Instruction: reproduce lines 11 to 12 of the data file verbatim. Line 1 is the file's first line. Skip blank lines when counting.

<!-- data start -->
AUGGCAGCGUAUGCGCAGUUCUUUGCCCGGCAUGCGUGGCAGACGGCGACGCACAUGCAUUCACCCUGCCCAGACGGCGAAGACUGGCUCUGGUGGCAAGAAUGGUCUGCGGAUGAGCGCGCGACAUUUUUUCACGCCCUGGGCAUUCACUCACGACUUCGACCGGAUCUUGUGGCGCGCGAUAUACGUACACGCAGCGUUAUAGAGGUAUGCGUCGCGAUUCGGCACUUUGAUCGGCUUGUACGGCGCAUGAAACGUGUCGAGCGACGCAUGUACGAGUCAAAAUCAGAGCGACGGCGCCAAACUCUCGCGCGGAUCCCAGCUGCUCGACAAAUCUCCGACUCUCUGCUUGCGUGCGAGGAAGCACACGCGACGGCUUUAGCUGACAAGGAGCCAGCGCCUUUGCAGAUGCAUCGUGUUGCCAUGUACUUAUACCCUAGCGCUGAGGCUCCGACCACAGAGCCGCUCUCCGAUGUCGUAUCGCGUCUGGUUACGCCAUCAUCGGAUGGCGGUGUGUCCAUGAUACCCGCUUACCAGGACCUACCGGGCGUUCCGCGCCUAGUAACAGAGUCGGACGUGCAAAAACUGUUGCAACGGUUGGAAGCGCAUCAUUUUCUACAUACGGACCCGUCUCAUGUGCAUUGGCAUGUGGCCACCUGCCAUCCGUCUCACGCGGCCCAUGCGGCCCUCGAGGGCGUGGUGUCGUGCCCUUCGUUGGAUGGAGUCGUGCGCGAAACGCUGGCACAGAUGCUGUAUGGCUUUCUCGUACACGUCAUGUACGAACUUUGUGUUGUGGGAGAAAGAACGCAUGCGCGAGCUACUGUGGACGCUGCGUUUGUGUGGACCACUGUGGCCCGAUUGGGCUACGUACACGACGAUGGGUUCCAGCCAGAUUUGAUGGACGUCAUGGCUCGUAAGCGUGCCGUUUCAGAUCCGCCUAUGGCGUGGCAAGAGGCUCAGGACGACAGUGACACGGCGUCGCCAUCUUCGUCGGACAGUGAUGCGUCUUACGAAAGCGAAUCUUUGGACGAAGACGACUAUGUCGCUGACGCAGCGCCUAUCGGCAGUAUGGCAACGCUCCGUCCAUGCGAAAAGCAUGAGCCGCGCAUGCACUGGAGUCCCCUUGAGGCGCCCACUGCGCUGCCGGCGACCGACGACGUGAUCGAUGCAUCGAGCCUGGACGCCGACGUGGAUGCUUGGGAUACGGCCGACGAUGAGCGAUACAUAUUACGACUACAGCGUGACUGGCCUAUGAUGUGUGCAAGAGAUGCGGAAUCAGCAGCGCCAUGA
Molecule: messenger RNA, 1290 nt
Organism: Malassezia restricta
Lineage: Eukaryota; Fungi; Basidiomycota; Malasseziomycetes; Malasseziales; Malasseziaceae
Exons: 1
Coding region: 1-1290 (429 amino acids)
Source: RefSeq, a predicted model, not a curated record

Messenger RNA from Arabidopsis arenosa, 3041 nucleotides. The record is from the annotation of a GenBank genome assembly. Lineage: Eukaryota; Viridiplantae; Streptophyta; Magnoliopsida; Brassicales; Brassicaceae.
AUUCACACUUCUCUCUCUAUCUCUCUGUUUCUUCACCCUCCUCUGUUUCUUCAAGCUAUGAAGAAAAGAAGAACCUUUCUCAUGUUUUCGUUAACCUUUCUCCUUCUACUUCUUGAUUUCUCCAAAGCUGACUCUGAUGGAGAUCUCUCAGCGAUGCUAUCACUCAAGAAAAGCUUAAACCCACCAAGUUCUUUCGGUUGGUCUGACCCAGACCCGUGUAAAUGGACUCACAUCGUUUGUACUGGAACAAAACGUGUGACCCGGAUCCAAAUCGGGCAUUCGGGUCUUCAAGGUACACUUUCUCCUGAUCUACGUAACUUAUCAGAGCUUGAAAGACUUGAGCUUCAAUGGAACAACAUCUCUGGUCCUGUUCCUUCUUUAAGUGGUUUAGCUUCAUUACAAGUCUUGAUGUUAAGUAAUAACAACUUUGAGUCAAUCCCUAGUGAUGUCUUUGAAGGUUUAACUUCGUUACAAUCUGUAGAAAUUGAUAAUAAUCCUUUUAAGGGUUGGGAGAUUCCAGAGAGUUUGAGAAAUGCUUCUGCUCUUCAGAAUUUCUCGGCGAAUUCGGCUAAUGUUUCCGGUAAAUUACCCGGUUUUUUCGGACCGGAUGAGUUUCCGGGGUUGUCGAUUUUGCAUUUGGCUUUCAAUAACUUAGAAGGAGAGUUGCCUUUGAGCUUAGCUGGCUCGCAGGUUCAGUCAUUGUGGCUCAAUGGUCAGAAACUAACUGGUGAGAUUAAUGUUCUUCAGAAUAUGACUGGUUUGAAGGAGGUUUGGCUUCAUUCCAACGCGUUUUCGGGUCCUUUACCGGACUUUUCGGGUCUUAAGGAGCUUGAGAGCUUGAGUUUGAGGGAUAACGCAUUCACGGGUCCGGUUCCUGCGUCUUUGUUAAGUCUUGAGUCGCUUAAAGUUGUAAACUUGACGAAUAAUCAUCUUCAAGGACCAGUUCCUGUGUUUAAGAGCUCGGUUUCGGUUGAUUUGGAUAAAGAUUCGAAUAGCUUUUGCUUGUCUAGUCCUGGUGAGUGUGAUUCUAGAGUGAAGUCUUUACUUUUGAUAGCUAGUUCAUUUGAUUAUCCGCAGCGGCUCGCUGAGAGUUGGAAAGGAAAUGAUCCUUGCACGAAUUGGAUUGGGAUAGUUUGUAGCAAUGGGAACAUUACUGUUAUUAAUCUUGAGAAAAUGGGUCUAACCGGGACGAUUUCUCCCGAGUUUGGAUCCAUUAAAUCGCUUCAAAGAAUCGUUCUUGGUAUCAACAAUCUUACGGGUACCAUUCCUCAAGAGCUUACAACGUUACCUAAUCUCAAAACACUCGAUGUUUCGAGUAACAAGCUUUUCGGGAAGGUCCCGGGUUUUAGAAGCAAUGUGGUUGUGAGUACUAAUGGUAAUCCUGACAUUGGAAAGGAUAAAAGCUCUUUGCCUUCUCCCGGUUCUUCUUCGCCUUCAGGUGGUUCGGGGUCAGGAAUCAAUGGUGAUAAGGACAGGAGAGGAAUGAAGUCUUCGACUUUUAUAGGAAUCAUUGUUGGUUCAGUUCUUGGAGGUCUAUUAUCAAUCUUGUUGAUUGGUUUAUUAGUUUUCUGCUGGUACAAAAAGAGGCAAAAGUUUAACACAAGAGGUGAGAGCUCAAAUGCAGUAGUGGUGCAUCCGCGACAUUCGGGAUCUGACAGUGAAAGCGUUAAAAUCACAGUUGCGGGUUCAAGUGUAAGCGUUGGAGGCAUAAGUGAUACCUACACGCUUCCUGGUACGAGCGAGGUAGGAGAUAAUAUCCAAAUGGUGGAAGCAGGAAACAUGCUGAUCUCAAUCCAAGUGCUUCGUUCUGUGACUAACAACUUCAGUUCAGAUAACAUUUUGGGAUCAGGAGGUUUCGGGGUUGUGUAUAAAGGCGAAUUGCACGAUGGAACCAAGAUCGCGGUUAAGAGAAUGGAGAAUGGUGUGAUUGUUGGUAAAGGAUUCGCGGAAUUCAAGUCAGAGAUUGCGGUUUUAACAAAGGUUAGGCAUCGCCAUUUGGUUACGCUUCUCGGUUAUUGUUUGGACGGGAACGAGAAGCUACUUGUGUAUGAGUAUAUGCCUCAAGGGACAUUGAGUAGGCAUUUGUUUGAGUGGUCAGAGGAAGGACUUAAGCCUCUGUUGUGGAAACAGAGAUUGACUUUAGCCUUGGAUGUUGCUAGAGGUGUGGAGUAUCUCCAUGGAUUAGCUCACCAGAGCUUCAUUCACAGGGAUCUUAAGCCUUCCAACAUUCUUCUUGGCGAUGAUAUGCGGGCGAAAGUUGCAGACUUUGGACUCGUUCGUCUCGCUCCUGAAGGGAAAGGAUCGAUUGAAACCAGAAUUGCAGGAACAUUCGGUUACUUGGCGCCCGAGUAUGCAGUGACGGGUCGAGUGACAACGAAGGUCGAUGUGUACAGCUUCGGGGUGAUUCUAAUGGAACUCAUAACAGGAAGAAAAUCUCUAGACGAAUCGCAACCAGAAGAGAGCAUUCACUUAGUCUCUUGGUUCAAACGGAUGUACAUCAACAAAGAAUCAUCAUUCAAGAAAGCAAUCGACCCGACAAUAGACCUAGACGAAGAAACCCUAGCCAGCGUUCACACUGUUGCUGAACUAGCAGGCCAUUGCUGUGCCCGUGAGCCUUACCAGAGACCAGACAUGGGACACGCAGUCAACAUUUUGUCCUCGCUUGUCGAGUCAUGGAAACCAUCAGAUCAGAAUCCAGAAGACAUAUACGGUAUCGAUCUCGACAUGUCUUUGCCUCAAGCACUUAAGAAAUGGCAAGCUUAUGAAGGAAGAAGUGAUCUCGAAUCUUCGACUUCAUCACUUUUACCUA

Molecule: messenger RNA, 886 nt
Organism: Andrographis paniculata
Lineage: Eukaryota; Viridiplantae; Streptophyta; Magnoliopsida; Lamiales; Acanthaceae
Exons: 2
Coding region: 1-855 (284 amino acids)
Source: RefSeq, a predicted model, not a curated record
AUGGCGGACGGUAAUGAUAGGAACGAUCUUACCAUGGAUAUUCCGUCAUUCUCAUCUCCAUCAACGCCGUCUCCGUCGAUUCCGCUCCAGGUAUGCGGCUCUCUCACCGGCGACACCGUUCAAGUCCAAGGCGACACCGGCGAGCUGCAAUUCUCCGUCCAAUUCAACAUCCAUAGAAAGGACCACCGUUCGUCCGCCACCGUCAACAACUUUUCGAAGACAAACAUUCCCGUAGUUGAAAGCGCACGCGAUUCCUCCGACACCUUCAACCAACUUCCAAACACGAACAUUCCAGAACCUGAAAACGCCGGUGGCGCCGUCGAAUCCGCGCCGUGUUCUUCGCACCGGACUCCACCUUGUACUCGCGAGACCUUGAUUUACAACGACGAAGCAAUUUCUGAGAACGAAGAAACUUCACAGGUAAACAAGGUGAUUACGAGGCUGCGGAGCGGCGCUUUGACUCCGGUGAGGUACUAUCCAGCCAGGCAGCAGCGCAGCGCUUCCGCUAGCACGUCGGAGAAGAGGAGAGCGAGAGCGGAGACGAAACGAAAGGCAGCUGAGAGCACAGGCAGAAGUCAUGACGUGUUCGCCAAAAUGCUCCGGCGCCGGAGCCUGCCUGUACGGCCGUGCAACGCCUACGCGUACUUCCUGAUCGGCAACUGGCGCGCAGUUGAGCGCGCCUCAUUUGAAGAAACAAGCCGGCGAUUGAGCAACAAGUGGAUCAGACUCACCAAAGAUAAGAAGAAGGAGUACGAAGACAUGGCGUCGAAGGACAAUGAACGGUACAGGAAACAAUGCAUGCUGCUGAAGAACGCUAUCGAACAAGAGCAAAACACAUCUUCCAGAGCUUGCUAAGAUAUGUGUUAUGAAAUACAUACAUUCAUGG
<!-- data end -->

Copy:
Organism: Andrographis paniculata
Lineage: Eukaryota; Viridiplantae; Streptophyta; Magnoliopsida; Lamiales; Acanthaceae